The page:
WHO calls emergency meeting as monkeypox cases top 100 in Europe – Reuters

Scientists don’t expect the outbreak to turn into a pandemic like Covid-19



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By Reuters

Published: Fri 20 May 2022, 20:51

The World Health Organization was due to hold an emergency meeting on Friday to discuss the recent outbreak of monkeypox, a viral infection more common in West and Central Africa, after more than 100 cases were confirmed or suspected in Europe.

In what Germany has described as Europe’s largest-ever outbreak, cases have been reported in at least eight European countries – Belgium, France, Germany, Italy, Portugal, Spain , Sweden and the United Kingdom – as well as in the United States, Canada and Australia.

First identified in monkeys, the disease is usually spread through close contact and has rarely spread outside of Africa, so this series of cases has raised concerns.

However, scientists do not expect the outbreak to evolve into a pandemic like Covid-19, given that the virus does not spread as easily as SARS-COV-2.

Monkeypox is usually a mild viral illness, characterized by symptoms of fever along with a characteristic bumpy rash.

“With several confirmed cases in the UK, Spain and Portugal, this is the largest and most widespread outbreak of monkeypox ever seen in Europe,” said the German Armed Forces Medical Service, which detected its first case in the country on Friday.

The World Health Organization (WHO) committee due to meet is the Strategic and Technical Advisory Group on Infectious Hazards with Pandemic and Epidemic Potential (STAG-IH), which advises on the risks of infection that could pose a threat to global health.

He would not be responsible for deciding whether the outbreak should be declared a public health emergency of international concern, the WHO’s highest form of alert, which is currently applied to the Covid-19 pandemic.

Fabian Leendertz of the Robert Koch Institute described the outbreak as an epidemic.

“However, this outbreak is highly unlikely to last long. Cases can be isolated well via contact tracing and there are also effective drugs and vaccines that can be used if needed,” he said.

Still, the European head of the WHO said he fears infections could accelerate in the region as people gather for parties and festivals over the summer months.

There is no specific vaccine against monkeypox, but data shows that vaccines used to eradicate smallpox are up to 85% effective against monkeypox, according to the WHO.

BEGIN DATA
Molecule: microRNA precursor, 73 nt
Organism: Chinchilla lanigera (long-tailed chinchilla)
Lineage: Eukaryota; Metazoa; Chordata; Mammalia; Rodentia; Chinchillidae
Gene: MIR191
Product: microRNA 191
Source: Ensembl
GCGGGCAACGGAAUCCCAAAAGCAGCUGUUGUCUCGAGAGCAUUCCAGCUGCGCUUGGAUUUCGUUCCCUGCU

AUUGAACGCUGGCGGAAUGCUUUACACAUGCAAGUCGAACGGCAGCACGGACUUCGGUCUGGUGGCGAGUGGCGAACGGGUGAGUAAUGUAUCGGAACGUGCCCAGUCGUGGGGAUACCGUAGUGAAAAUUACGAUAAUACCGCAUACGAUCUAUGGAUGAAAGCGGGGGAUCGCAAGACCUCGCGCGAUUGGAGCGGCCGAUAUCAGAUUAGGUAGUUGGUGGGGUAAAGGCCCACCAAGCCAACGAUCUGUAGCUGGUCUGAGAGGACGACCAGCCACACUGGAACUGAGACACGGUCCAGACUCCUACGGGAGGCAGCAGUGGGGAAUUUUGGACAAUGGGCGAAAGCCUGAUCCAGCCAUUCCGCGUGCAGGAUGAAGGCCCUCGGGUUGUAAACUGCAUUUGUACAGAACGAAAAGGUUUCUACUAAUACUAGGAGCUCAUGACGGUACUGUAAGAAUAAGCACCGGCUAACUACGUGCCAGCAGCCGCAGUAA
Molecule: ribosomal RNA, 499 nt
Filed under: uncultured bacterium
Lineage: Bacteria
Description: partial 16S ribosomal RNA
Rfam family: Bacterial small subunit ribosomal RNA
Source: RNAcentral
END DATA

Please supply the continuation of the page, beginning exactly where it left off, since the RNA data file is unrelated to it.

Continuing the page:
British authorities said on Thursday they had offered a smallpox vaccine to some healthcare workers and others who may have been exposed to monkeypox.

Since 1970, cases of monkeypox have been reported in 11 African countries. Nigeria has been experiencing a major outbreak since 2017 – so far this year there have been 46 suspected cases, 15 of which have since been confirmed, according to the WHO.

The first European case was confirmed on May 7 in an individual who had returned to England from Nigeria.

Since then, more than 100 cases have been confirmed outside Africa, according to an academic tracker at the University of Oxford.

Many cases are unrelated to travel to the mainland. As a result, the cause of this outbreak is unclear, although health authorities have said there is potentially some degree of community spread.

In Britain, where 20 cases have now been confirmed, the UK Health Security Agency said recent cases in the country have mainly been in men who have identified as gay, bisexual or who have sex with men.

The 14 cases in Portugal were all detected at sexual health clinics and involved men between the ages of 20 and 40 who identified as gay, bisexual or who have sex with men.

Spanish health authorities said 23 new cases were confirmed on Friday, mostly in the Madrid region where most infections were linked to an adult sauna outbreak.

It was too early to say whether the illness turned into a sexually transmitted disease, said Alessio D’Amato, health commissioner for Italy’s Lazio region. Three cases have been reported so far in the country.

Sexual contact, by definition, is close contact, added Stuart Neil, professor of virology at Kings College London.

“The idea that there’s some sort of sexual transmission in there, I think, is a bit of a stretch,” he said.

Scientists are sequencing the virus from different cases to see if they are linked, the WHO said. The agency is expected to provide an update soon.